Experts say other insurers look likely to bring in similar changes. The British Osteopathic Association also says its members have not charged Bupa an inflated fee. AXA PPP, Britain’s second biggest insurer, has imposed caps on a number of procedures and introduced a list of approved doctors. Policyholders who want to see a doctor on its non-approved list receive only partial funding. It says: ‘We pay 97 per cent of the fees submitted to us for treatment of our members in full.’
Aviva, another big insurer, says it has a list of fee-approved consultants, and patients will have to pick up the shortfall if they choose another specialist. ‘Members are treated by consultants with at least seven years experience,’ says Bupa. ‘Fee-approved consultants are just as experienced as consultants who charge higher prices. We make no apology for ensuring we pay a fair price for treatment, which keeps premiums affordable.
Drugs Stopped After One Year
Cancer treatments are becoming ever more sophisticated, but their costs are spiralling. The NHS spends £1 billion a year on cancer drugs. A course of Herceptin, typically given to stomach cancer patients, is £10,000. There can be big differences between policies. Some insurers will pay for drugs in full, while others impose limits.
One way some insurers cut down on these bills is to make customers turn to the NHS first. Only if it’s not possible to get the drugs funded by the taxpayer will the insurer pay up. Those who do manage to get their insurer to pay up may find tight limits on their cover. Often these patients are told they will get treatment only over a set time — typically 12 months.
If they need longer they must ask their insurer to extend their treatment. If it refuses, they have to return to the NHS — often being forced on to a waiting list. A recent study from drugs firm Roche found nearly half of bowel cancer patients surveyed and more than a third of breast cancer patients had to plead with their insurer for extended cover.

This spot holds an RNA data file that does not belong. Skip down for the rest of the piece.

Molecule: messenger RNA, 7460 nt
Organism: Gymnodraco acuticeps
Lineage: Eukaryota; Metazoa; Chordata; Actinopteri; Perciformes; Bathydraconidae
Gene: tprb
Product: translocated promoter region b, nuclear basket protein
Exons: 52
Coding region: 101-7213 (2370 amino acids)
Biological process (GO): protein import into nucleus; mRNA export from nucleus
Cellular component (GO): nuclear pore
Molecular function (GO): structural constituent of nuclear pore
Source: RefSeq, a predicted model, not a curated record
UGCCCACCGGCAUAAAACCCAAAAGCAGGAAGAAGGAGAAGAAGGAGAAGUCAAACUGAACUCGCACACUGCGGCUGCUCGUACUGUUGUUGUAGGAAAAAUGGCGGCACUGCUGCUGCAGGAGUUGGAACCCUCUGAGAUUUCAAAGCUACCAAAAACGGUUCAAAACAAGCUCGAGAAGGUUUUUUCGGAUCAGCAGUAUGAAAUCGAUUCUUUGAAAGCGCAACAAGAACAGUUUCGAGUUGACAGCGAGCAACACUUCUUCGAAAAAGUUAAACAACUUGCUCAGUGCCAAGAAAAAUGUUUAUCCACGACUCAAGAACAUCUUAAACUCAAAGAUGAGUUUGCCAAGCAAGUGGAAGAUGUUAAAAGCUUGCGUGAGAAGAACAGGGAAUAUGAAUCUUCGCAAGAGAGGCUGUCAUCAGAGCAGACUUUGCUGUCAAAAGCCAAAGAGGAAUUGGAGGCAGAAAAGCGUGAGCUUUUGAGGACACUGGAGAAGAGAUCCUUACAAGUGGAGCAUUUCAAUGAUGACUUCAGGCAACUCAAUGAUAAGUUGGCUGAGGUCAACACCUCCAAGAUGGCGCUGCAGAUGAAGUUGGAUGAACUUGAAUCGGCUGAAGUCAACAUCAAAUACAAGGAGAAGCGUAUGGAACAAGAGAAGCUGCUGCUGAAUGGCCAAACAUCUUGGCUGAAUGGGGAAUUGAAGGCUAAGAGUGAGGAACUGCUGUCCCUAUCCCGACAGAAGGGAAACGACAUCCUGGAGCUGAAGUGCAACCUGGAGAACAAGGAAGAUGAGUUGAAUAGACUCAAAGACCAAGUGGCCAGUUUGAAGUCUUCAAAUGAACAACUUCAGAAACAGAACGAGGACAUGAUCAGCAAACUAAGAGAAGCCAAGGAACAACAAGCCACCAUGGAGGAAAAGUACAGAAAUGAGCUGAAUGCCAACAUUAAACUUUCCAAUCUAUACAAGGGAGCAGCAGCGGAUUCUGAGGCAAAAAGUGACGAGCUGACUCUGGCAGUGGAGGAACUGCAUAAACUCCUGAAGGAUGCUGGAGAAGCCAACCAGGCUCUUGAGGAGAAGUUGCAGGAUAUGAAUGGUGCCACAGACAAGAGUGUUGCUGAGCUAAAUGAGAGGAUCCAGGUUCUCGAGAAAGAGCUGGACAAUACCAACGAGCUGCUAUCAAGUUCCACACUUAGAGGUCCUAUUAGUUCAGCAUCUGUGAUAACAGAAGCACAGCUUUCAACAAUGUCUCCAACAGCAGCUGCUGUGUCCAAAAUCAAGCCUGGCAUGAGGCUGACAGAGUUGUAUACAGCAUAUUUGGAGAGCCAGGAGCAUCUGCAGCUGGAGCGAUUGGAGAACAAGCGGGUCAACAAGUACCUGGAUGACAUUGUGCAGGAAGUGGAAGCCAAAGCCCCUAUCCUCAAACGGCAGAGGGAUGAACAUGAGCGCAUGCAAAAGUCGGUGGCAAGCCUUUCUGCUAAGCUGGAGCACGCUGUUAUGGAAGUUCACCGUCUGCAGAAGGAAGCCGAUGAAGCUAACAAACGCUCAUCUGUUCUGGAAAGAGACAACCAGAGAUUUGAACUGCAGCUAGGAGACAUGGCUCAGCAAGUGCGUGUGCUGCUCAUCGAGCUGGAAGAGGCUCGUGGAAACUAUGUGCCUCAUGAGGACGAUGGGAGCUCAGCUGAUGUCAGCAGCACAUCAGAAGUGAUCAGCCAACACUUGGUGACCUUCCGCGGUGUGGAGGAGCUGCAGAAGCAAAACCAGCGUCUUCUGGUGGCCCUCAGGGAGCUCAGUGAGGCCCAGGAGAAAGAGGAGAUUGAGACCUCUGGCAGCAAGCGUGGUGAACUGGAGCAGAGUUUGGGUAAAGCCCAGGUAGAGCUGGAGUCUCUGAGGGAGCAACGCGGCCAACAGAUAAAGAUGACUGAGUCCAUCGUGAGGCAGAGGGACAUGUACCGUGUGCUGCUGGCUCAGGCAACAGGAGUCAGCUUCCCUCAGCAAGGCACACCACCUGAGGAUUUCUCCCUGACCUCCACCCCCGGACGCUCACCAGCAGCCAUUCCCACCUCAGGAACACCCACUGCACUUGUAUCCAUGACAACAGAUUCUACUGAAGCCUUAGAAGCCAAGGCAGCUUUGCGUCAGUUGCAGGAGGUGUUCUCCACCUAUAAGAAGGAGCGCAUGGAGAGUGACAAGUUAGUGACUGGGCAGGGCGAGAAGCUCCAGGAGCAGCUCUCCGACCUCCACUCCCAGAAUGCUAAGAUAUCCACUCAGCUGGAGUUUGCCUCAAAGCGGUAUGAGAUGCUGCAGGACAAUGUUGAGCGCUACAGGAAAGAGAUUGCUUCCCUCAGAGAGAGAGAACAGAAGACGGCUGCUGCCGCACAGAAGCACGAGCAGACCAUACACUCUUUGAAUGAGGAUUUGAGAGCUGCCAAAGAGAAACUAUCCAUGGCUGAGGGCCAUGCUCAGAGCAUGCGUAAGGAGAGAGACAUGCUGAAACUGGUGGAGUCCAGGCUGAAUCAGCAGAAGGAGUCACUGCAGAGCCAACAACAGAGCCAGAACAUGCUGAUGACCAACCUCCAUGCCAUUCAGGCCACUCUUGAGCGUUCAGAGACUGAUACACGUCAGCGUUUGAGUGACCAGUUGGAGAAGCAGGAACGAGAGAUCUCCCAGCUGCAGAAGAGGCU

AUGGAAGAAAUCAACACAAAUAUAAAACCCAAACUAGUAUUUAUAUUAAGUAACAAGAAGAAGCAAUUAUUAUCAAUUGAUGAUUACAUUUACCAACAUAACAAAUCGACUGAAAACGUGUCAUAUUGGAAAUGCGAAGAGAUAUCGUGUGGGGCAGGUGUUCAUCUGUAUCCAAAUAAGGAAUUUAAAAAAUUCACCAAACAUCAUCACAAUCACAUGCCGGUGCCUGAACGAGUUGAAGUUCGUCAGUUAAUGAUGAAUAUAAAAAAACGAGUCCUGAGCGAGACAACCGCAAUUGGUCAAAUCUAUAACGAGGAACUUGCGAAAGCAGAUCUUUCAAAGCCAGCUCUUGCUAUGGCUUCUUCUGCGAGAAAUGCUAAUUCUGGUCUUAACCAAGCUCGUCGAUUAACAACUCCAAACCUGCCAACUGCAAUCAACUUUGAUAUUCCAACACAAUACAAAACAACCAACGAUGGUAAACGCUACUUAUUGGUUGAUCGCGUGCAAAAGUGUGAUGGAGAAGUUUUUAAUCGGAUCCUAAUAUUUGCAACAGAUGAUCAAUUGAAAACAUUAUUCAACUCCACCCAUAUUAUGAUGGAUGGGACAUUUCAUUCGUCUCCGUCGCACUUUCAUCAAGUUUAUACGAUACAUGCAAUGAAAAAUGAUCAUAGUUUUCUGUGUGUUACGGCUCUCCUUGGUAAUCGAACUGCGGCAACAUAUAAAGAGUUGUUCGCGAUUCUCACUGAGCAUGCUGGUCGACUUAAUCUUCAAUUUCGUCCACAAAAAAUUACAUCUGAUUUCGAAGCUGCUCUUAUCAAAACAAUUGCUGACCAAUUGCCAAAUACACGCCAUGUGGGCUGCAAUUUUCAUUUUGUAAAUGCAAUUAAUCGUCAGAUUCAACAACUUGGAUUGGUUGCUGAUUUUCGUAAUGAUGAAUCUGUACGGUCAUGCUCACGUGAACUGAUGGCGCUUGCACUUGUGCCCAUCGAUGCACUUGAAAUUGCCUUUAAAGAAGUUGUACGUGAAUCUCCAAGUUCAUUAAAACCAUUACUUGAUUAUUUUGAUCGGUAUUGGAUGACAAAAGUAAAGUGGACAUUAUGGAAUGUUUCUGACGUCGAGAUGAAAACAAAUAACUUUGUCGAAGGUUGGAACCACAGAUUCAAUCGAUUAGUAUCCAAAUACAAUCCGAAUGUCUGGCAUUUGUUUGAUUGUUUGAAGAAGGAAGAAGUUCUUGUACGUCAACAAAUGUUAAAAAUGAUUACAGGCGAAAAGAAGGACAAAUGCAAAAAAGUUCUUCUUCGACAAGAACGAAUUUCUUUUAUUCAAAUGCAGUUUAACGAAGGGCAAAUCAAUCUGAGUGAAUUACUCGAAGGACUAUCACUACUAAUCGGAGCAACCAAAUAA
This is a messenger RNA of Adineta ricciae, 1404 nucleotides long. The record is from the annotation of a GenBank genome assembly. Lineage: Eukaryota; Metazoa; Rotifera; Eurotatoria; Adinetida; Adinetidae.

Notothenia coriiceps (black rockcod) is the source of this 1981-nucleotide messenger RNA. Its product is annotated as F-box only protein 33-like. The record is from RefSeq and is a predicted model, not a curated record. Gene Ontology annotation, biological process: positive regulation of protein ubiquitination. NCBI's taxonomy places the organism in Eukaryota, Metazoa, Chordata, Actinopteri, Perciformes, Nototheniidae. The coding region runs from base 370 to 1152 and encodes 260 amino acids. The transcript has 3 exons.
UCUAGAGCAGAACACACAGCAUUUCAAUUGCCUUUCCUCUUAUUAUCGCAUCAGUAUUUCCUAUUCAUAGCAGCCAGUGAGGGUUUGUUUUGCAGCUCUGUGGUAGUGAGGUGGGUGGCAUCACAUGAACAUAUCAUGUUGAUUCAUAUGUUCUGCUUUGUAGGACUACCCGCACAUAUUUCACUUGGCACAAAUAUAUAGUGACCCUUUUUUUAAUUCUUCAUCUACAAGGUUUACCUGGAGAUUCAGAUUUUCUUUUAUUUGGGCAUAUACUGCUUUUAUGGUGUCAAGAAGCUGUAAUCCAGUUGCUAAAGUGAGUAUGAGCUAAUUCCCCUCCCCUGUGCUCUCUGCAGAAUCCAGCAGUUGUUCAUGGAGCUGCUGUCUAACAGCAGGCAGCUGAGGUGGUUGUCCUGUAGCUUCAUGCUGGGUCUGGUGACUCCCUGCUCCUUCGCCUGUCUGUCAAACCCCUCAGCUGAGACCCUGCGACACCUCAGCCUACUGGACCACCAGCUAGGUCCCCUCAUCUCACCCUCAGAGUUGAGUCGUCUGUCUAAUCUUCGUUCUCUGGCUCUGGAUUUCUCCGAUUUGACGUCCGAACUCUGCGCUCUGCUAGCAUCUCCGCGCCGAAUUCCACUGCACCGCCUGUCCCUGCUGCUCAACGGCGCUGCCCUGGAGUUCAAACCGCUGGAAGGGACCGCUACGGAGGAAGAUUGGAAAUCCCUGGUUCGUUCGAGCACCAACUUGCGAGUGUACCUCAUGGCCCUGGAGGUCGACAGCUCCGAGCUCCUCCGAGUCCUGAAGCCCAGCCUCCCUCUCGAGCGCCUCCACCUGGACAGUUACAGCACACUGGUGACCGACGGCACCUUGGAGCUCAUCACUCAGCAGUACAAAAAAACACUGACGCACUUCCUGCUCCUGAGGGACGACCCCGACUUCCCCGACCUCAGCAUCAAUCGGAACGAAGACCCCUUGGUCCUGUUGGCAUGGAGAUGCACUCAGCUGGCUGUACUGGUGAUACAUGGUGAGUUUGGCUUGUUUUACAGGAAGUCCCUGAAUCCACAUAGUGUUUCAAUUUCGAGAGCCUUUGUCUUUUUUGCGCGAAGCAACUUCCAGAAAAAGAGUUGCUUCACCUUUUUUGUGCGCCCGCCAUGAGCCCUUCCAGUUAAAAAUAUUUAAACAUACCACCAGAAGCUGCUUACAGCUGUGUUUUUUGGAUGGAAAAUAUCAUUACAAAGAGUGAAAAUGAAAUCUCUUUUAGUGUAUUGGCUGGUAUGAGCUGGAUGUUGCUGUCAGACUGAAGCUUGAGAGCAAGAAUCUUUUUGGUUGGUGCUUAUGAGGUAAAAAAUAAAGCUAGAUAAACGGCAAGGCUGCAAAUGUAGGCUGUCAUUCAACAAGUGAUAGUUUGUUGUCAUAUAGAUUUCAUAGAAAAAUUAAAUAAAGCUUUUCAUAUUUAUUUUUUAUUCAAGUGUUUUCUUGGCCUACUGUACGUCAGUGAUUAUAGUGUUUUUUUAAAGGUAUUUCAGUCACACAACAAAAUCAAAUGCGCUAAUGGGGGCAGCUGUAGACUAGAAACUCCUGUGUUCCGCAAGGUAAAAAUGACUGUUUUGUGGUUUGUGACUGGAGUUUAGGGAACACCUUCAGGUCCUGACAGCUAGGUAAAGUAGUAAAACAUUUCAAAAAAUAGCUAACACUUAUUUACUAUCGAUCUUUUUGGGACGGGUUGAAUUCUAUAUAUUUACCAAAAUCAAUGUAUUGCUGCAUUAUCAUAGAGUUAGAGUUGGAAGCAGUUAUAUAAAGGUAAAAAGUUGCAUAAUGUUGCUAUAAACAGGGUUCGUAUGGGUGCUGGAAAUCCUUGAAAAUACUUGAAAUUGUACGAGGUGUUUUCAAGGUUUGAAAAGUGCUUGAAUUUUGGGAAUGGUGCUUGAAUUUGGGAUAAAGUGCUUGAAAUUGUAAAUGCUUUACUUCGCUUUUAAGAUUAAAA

So-called targeted treatments — a cocktail of drugs tailored to a patient’s own needs — are a lifeline for many cancer sufferers. But here, too, some firms are introducing limits on the amount of treatment they will cover, typically for one year.
Penny O’Nions, a health insurance broker, says one client recently fell foul of the rules. While a consultant had told her she needed another round of targeted drugs to treat her cancer, an insurer had turned her down. ‘She was absolutely distraught,’ says Dr O’Nions. ‘All she had wanted was to see her daughter’s wedding.’ Dr O’Nions eventually managed to win the treatment for the patient. Other insurers have limits on what they are willing to pay. Simply Health will cover up to £50,000 of cancer treatment over the policy’s lifetime.
£250 For Patients who’ll use the NHS
Including treatment, it can cost £3,000 a night for a stay in a private hospital — according to figures from insurer WPA. So firms are trying to shift these costs on to the taxpayer.
Patients are being given pay-offs worth hundreds of pounds for having their treatment on the NHS. PruHealth will hand you up to £250 every night you spend in an NHS hospital, up to £2,000 a year. Neville Koopowitz, chief executive of PruHealth, says: ‘We aim to provide our customers with as much choice as possible. That is why we provide the option of choosing NHS treatment and receiving a cash amount.’
Several insurers promise a cut in premiums in return for you having all of your treatment on the NHS, provided your treatment can start within six weeks. An ABI spokesman says: ‘Sometimes the NHS might be the right choice for you. The insurer is giving you something back because you have not cost them anything for private treatment.’